coverage examples are not intended to demonstrate costs for an actual, 
specific person (for example the ``You Pay'' language was changed to 
``Patient Pays'').
    Modifications were also made to the benefits scenarios. First, the 
underlying benefits scenarios were modified to more accurately reflect 
current accepted standards of care. For example, the proposed maternity 
scenario included two ultrasounds during the early stages of pregnancy, 
which is not necessary for a routine pregnancy, so the final scenario 
includes one ultrasound at 20 weeks. In addition, the final maternity 
scenario no longer includes some services that are clinically 
appropriate, but not clinically required, such as circumcision. In the 
proposed diabetes scenario, the metformin dosage was 1000 mg twice 
daily, which may not be appropriate for well-controlled type 2 
diabetes. The final scenario now states that metformin dosage is 500 mg 
twice daily. In addition, the proposed diabetes scenario included two 
podiatrist office visits, which has been reduced to one annual visit, 
which is clinically appropriate for well-controlled type 2 diabetes. 
The pricing data in both scenarios (allowed amounts) has been refined 
to more closely reflect reimbursement rates in the private health 
insurance markets. The benefits scenario has also been updated to 
reflect correct coding practices, and HHS is now providing both ICD-9 
and ICD-10 codes for the maternity scenario, in anticipation of the 
October 1, 2013 transition to ICD-10.

IV. Paperwork Reduction Act

    According to the Paperwork Reduction Act of 1995 (Pub. L. 104-13) 
(PRA), no persons are required to respond to a collection of 
information unless such collection displays a valid OMB control number. 
The Departments note that a Federal agency cannot conduct or sponsor a 
collection of information unless it is approved by OMB under the PRA,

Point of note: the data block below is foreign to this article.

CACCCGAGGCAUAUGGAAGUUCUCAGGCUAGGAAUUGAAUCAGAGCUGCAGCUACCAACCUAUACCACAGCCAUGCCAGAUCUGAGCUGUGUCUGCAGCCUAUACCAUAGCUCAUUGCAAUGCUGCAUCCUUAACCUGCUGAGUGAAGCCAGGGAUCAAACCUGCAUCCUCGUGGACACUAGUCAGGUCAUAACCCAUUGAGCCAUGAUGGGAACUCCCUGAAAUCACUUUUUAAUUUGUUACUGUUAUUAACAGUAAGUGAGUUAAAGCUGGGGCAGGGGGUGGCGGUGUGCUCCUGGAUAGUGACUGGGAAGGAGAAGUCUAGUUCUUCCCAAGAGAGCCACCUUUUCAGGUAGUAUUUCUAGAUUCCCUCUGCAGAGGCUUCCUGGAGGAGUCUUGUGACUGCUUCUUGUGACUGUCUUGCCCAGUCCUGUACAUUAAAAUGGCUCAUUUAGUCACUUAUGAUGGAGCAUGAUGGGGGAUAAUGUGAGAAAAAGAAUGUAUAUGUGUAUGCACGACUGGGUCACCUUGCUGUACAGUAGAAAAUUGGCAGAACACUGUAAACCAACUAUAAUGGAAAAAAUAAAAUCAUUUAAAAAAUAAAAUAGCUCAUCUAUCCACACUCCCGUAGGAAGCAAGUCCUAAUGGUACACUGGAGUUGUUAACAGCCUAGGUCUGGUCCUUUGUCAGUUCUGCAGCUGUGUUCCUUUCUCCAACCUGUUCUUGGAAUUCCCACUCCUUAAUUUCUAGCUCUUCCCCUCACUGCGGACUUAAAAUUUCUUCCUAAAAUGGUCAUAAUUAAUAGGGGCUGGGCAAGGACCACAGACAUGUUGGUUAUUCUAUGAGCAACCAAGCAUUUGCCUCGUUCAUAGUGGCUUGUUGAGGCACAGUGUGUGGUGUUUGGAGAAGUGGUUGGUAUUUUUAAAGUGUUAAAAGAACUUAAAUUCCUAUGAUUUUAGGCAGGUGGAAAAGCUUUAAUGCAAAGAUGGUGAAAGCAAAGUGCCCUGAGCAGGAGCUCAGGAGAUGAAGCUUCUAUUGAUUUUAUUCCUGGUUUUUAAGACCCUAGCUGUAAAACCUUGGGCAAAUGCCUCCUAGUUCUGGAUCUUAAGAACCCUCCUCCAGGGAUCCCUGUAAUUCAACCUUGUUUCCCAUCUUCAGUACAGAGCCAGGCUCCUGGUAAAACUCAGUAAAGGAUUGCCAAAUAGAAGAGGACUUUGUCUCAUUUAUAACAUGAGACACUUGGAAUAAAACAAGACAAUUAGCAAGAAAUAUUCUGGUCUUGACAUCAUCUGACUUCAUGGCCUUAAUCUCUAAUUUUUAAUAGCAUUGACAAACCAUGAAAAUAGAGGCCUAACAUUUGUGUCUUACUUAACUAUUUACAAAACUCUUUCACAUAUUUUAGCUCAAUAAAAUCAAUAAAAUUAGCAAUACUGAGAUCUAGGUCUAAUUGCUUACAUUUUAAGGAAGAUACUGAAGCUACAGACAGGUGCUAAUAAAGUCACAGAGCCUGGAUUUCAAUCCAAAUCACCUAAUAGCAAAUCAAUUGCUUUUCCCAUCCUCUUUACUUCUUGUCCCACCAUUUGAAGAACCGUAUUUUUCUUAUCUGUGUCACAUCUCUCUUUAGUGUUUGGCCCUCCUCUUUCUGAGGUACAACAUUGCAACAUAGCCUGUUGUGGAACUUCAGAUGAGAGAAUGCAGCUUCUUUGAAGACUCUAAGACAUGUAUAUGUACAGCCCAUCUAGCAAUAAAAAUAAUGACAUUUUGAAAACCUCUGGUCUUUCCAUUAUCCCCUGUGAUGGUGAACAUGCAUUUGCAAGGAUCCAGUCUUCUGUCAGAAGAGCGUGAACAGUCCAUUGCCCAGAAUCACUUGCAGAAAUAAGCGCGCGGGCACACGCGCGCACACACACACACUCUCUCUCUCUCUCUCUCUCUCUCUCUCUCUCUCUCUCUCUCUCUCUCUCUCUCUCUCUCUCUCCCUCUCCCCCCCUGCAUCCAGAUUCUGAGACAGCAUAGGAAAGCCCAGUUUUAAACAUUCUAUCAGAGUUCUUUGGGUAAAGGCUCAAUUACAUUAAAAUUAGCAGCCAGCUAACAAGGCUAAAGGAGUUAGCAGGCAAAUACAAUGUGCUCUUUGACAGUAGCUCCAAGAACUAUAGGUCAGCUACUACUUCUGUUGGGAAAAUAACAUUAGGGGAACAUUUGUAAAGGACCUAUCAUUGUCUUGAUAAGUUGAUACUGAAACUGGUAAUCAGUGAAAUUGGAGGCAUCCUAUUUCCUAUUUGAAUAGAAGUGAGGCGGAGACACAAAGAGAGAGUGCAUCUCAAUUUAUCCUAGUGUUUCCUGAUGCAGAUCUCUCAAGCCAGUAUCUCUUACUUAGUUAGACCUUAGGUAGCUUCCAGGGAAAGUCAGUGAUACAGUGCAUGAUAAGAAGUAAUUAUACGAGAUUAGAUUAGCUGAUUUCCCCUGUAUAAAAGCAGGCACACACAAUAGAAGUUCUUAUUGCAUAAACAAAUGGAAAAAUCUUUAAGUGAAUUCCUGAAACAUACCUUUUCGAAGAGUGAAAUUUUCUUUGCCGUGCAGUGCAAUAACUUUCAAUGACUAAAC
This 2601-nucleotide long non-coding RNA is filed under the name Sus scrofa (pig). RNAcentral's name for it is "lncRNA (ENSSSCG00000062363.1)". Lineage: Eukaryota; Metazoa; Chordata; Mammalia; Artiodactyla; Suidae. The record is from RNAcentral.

and displays a currently valid OMB control number, and the public is 
not required to respond to a collection of information unless it 
displays a currently valid OMB control number. See 44 U.S.C. 3507. 
Also, notwithstanding any other provisions of law, no person shall be 
subject to penalty for failing to comply with a collection of 
information if the collection of information does not display a 
currently valid OMB control number. See 44 U.S.C. 3512.
    This document relates to the information collection request (ICR) 
contained in final regulations titled ``Summary of Benefits and 
Coverage and the Uniform Glossary,'' which is published elsewhere in 
this issue of the Federal Register. For a discussion of the hour and 
cost burden associated with the ICR, please see those final 
regulations.

Steven T. Miller,
Deputy Commissioner for Services and Enforcement, Internal Revenue 
Service.
    Signed this 7th day of February 2012.
Phyllis C. Borzi,
Assistant Secretary, Employee Benefits Security Administration, 
Department of Labor.
    Dated: February 6, 2012.
Marilyn Tavenner,
Acting Administrator, Centers for Medicare & Medicaid Services.
    Dated: February 6, 2012.
Kathleen Sebelius,
Secretary, Department of Health and Human Services.
[FR Doc. 2012-3230 Filed 2-9-12; 11:15 am]
BILLING CODE 4830-01-P; 4120-01-P